Sailboats - The Pros and Cons


Hold Your Own Power: Yes, most modern sailboats have an engine. However, that can be different than the dual-powered engines found on most powerboats. In a sailboat you hold the power while navigating, with slight help from the engine. This could be a pro or con depending on your ideal navigation vision and your willingness to learn everything involved with that level of control. If you want to be in constant control, a sailboat is more aimed toward your style.

Environmentally Friendly:
As we discussed earlier, most sailboats contain a single engine with low horsepower. For the most part, sailboats rely on the wind for power and movement, while the engine is mostly used for docking purposes. Although, it is possible to dock without an engine based on the tide and wind. These sailors are very impressive navigators.

Travel the World: If you’re lucky enough to travel the world and want to do so via the water, a sailboat is the only way to go. A sail can take you anywhere, making a sailboat the ideal craft for traveling long distances. Not to mention the money you’ll save on airfare and hotels.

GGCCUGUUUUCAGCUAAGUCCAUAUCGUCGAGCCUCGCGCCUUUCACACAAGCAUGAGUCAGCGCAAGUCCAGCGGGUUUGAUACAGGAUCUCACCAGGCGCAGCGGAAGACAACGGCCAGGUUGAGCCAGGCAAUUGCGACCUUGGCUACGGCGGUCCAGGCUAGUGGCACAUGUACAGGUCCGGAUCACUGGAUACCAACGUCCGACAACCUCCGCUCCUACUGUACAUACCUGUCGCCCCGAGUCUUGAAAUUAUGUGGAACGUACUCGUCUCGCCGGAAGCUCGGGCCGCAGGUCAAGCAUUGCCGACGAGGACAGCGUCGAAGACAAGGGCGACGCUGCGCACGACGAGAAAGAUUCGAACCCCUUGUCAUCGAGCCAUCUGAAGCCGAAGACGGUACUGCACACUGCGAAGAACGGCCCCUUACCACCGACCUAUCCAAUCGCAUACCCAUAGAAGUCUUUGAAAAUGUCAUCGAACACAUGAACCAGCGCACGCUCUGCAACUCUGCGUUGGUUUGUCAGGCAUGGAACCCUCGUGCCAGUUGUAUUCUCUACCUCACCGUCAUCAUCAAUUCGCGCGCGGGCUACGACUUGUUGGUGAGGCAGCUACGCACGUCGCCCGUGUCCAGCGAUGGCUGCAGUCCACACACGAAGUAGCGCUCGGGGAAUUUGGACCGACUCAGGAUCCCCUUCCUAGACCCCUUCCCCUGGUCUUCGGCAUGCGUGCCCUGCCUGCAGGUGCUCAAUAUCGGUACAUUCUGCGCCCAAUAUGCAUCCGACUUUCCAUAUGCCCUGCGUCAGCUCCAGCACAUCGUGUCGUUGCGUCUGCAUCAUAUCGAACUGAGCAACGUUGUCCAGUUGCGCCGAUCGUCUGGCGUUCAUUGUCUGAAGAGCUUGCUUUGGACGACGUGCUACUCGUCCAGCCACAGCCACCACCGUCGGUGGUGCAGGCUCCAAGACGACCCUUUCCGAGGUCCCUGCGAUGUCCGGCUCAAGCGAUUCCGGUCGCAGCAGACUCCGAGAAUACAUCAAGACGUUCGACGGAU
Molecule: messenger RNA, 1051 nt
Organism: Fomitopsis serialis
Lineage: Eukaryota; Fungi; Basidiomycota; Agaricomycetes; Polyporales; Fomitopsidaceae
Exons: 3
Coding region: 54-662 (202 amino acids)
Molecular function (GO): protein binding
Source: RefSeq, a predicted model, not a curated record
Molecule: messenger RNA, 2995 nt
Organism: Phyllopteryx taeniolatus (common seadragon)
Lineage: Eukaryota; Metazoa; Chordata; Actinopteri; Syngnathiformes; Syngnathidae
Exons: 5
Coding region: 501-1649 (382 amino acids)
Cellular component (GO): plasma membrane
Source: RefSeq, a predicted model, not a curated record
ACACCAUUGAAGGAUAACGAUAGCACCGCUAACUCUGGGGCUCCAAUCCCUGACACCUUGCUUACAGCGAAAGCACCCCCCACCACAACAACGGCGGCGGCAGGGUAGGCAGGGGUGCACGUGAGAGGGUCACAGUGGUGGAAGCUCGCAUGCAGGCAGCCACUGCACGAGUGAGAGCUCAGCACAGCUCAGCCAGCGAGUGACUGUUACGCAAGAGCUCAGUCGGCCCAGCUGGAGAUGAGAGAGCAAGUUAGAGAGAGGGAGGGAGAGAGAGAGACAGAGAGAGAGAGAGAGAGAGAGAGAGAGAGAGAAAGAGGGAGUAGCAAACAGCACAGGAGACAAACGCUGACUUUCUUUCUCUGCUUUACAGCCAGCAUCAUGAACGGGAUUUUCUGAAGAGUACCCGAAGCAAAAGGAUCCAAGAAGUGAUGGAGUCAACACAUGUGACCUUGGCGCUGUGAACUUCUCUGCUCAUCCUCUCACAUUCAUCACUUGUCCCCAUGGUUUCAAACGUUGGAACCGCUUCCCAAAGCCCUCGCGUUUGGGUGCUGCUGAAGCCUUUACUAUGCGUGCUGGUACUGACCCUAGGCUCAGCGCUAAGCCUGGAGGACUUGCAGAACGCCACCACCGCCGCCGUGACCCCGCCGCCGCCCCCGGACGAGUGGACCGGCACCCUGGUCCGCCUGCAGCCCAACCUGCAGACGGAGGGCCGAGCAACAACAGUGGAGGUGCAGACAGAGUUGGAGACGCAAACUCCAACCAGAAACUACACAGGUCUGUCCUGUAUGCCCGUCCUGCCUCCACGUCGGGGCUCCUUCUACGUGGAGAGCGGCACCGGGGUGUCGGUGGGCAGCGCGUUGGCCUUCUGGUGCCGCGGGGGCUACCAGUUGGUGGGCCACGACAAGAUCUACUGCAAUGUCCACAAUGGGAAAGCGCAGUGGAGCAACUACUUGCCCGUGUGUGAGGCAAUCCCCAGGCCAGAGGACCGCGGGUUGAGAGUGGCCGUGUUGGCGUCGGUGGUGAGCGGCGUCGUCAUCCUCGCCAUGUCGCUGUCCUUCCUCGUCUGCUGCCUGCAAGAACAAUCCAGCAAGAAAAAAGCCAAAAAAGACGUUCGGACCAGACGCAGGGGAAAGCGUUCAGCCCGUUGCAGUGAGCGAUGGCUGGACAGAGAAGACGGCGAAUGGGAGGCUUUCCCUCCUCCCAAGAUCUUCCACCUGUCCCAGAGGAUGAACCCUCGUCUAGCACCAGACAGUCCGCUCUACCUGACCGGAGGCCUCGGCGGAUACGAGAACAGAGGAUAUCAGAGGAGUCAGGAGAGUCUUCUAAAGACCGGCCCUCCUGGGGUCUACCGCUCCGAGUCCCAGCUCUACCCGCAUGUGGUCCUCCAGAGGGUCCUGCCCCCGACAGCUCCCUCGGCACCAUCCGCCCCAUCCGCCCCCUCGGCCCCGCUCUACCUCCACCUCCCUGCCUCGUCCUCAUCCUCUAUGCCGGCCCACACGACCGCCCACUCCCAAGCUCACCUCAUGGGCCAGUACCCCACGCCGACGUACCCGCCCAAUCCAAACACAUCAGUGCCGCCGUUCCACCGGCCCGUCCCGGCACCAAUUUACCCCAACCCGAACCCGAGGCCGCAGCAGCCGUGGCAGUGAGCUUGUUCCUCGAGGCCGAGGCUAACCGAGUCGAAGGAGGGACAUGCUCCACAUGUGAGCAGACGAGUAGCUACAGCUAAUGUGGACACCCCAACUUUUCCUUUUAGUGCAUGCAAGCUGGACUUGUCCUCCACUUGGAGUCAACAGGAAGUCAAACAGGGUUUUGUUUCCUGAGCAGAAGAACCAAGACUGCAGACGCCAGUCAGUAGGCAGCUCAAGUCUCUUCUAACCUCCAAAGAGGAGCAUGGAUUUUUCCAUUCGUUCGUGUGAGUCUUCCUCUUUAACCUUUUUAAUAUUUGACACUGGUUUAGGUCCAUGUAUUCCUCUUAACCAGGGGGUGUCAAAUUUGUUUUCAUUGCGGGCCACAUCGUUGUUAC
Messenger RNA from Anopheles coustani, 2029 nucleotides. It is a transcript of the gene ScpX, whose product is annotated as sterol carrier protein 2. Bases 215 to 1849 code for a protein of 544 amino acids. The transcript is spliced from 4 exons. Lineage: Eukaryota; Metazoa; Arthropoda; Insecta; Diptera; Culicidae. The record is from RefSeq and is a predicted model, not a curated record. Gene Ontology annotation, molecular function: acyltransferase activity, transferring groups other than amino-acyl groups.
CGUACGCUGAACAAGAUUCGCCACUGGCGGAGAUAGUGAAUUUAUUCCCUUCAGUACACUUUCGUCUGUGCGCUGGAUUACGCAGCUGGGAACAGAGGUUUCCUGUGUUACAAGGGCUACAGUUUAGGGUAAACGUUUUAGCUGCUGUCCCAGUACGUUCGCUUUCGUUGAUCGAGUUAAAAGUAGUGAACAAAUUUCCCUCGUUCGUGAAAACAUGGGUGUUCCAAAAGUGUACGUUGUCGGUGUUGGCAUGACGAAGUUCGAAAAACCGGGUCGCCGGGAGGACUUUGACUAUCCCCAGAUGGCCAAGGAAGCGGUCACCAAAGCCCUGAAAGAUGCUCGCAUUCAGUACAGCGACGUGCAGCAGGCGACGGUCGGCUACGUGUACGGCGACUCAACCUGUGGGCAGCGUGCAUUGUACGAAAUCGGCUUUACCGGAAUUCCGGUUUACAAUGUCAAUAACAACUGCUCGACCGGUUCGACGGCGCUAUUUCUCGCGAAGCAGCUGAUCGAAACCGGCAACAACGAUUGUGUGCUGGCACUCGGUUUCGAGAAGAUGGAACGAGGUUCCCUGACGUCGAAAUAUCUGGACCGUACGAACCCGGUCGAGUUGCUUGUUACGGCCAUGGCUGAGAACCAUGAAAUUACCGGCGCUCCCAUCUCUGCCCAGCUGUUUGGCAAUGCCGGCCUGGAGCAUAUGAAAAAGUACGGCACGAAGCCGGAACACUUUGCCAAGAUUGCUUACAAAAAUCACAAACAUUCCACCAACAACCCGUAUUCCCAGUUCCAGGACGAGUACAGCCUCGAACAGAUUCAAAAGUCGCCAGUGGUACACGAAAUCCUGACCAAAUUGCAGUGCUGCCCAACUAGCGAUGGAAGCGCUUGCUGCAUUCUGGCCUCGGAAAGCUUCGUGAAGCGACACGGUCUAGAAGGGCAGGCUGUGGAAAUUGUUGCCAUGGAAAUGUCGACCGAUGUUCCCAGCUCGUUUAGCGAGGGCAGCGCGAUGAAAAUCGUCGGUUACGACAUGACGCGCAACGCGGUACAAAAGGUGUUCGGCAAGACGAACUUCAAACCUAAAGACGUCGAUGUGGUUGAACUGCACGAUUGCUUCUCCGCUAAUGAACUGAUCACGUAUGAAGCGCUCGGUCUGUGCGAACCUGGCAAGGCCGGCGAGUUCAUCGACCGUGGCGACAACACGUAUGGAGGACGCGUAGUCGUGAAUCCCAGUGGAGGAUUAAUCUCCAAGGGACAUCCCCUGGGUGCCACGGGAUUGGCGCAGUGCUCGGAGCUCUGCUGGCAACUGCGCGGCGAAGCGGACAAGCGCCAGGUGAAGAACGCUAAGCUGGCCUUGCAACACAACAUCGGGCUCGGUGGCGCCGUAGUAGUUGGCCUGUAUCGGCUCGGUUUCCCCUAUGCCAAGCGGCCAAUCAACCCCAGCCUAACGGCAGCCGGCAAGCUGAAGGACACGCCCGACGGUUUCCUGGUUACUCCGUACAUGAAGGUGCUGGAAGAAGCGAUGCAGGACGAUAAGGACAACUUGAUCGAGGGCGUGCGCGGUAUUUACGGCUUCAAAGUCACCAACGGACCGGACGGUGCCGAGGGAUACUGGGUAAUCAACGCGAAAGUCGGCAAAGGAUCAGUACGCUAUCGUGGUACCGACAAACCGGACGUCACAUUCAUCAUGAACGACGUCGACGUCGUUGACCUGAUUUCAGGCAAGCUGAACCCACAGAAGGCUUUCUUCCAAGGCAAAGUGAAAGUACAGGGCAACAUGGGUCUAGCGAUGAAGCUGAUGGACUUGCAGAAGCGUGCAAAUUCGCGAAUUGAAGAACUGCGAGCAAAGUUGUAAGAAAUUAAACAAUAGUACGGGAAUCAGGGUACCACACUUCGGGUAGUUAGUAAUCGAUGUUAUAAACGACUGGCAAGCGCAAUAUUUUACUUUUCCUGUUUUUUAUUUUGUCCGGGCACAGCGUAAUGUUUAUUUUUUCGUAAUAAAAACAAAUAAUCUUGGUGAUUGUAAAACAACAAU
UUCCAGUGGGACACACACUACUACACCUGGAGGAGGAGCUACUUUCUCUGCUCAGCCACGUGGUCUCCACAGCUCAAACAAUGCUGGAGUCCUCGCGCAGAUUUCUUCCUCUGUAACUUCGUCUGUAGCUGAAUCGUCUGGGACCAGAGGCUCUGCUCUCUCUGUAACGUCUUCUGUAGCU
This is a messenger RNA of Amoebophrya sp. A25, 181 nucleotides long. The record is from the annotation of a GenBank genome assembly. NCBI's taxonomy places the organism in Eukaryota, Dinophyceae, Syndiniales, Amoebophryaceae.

Save Money on Engine Upkeep: A sailboat’s engine is much smaller and is used far less compared to a powerboat. This keeps maintenance and fuel costs down.

Peace and Quiet: A sailboat is much quieter than a powerboat. Without the ongoing engine roar, the captain is able to socialize more easily, and the overall ride is much quieter. The only sounds are from the water, wind and snapping of sails.  



Wind Reliant: This can be seen as a positive or negative based on the situation. Although you are technically in more control of the vessel, you are still reliant on the wind. If the weather isn’t cooperating, sailing can become difficult fast. The best plan is just that, to make a plan. Always look at the weather ahead of time and schedule your adventure accordingly. 

Deep Drafts: A sailboat sits deeper in the water. With most of the hull underwater, it makes it more difficult to navigate a sailboat in shallow waters or near the shore.

Experience: You definitely need more training to operate a sailboat. It takes time to understand how the sail works and how the wind and tide will affect navigation. Owning a sailboat requires more education and practice.

Expenses: Replacing and repairing equipment on a sailboat can get expensive. Sails should be replaced after around 4,000 hours of use and rigging every ten years or so. Both items are pricey. 

Time and Energy Consuming: A powerboat requires the turn of a key and an occasional turn of the steering wheel. A sailboat, on the contrary, requires constant attention and adjustment, between the sails, steering, and weather.



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